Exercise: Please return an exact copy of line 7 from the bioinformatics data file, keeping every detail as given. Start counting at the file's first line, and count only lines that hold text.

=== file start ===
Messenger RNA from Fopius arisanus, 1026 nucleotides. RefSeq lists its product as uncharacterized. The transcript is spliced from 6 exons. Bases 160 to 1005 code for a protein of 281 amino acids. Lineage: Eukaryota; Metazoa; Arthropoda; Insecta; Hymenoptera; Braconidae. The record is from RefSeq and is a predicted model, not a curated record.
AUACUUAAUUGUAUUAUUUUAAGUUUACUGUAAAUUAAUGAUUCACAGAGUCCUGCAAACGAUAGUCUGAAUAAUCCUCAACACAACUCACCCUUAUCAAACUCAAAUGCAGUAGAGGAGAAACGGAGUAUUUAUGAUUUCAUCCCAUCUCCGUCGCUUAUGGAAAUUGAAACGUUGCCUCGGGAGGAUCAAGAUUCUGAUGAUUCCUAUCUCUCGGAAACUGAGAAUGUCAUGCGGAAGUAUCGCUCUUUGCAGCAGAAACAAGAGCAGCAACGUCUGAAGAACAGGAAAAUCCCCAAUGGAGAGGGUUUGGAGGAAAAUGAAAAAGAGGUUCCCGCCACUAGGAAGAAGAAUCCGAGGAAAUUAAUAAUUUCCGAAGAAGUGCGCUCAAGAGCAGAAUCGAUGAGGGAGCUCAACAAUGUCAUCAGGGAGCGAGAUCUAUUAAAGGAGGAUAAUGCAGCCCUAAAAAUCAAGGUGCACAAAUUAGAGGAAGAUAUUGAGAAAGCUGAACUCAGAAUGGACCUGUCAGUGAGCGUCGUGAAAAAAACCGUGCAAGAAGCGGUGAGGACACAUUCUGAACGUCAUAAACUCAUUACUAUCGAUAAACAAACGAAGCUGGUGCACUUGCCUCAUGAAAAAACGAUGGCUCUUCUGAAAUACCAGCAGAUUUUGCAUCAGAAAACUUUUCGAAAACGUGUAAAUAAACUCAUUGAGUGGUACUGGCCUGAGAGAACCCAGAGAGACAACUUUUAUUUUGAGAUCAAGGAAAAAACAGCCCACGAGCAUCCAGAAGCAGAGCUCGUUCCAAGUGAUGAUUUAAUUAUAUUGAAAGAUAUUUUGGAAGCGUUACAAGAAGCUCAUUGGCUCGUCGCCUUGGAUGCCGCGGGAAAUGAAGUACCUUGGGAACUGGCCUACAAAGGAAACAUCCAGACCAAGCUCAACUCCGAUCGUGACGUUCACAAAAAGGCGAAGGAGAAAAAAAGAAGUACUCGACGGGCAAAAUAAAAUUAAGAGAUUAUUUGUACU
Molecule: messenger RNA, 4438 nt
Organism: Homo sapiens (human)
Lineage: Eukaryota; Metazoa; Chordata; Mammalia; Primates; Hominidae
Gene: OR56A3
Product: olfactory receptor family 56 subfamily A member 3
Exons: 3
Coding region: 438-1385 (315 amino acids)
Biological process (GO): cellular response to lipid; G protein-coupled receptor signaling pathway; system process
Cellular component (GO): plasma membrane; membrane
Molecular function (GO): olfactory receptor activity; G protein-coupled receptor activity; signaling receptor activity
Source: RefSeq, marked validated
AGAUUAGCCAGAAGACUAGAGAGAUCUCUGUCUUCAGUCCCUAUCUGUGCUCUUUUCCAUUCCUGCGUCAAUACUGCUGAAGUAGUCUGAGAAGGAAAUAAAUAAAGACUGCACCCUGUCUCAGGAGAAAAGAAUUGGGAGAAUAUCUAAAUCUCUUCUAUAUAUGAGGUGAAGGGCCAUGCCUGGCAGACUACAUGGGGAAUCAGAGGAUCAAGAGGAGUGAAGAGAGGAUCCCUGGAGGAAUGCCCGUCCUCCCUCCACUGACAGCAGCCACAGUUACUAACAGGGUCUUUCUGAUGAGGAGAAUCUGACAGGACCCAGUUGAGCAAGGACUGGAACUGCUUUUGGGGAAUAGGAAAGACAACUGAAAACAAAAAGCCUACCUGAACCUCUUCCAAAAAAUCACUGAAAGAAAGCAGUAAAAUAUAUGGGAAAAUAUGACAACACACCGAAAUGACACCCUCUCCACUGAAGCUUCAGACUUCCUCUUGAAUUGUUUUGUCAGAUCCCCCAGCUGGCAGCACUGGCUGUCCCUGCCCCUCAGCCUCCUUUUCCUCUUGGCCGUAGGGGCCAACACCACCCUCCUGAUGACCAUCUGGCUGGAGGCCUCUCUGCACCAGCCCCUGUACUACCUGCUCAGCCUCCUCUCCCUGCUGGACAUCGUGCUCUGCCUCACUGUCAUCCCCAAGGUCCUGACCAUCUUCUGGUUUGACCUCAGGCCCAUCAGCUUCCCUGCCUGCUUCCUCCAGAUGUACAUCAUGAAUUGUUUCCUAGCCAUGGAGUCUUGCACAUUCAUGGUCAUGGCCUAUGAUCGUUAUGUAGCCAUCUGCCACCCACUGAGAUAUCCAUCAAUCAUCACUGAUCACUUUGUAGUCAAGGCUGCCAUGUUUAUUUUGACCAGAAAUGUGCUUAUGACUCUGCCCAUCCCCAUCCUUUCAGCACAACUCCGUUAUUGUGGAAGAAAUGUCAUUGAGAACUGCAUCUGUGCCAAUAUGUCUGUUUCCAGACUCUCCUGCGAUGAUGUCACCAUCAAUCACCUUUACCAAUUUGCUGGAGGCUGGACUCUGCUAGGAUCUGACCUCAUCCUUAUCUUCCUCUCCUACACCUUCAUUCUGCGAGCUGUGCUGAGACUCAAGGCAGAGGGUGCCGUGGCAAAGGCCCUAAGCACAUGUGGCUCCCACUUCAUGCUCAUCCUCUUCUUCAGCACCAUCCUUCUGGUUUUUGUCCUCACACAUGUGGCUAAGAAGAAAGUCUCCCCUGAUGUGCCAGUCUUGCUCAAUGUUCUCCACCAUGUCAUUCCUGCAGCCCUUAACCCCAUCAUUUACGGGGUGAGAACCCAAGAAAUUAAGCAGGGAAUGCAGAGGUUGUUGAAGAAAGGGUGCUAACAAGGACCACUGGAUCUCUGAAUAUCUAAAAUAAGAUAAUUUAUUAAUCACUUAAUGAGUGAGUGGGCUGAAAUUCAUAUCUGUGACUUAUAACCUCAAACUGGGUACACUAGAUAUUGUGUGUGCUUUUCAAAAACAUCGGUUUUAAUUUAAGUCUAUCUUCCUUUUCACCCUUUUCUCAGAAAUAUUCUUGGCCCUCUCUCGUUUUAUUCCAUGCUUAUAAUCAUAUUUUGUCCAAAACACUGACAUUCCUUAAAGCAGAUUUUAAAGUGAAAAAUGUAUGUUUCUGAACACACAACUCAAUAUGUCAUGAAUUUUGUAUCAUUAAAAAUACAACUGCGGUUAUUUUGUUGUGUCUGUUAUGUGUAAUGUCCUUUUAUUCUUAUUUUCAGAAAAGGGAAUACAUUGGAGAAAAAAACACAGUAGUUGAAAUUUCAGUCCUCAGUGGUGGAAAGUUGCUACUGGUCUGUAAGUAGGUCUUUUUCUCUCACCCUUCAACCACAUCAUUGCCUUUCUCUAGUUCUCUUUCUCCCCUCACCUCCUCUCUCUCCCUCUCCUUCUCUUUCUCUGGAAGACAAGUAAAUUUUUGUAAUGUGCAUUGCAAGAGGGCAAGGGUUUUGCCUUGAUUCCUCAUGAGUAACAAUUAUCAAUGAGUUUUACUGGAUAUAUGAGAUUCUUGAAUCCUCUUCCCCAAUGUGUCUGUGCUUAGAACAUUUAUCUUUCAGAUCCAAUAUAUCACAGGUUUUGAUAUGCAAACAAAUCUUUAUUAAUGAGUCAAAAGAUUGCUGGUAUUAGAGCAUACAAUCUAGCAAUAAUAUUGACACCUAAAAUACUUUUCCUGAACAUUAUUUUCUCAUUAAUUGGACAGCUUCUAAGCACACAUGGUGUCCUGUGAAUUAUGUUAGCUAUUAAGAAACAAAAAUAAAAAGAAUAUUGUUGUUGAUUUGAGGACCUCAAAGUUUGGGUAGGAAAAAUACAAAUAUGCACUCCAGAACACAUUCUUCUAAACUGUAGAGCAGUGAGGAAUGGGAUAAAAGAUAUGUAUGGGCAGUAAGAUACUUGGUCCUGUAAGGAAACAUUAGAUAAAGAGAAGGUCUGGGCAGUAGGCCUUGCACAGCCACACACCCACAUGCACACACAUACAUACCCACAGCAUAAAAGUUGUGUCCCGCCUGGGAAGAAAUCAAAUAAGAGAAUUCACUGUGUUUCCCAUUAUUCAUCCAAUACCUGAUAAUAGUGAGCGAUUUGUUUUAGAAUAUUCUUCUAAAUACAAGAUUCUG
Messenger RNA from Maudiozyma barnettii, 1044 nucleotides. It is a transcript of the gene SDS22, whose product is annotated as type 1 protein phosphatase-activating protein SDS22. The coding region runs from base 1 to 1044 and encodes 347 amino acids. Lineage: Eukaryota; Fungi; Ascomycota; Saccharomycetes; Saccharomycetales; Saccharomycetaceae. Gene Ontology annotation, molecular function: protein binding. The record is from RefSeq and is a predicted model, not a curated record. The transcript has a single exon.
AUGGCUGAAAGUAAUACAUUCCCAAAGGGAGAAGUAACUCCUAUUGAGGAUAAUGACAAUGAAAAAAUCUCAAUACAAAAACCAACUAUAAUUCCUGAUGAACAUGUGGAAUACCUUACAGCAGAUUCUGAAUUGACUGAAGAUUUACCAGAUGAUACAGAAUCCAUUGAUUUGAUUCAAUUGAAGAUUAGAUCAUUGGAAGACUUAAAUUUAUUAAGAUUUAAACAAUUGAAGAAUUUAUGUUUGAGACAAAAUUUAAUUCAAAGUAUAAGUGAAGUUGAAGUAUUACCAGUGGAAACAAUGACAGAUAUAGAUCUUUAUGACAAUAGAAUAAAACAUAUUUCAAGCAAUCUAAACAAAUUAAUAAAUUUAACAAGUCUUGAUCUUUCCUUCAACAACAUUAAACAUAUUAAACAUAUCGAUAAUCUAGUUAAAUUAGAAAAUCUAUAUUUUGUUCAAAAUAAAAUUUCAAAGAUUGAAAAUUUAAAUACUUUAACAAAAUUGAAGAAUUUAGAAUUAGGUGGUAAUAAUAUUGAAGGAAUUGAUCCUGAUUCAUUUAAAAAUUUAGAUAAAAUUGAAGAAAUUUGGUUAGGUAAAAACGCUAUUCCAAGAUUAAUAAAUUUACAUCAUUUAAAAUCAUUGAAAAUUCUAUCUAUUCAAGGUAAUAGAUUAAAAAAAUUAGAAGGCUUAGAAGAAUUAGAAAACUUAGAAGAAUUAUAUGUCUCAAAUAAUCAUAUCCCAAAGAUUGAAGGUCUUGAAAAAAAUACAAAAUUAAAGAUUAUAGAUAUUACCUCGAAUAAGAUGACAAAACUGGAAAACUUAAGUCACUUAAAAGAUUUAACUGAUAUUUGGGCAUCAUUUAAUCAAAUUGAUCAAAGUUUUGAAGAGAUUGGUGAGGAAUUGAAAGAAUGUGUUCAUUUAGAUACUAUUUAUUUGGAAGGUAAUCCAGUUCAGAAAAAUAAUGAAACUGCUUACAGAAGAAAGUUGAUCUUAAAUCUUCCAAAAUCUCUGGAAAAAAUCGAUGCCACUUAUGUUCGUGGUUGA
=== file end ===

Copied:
Product: olfactory receptor family 56 subfamily A member 3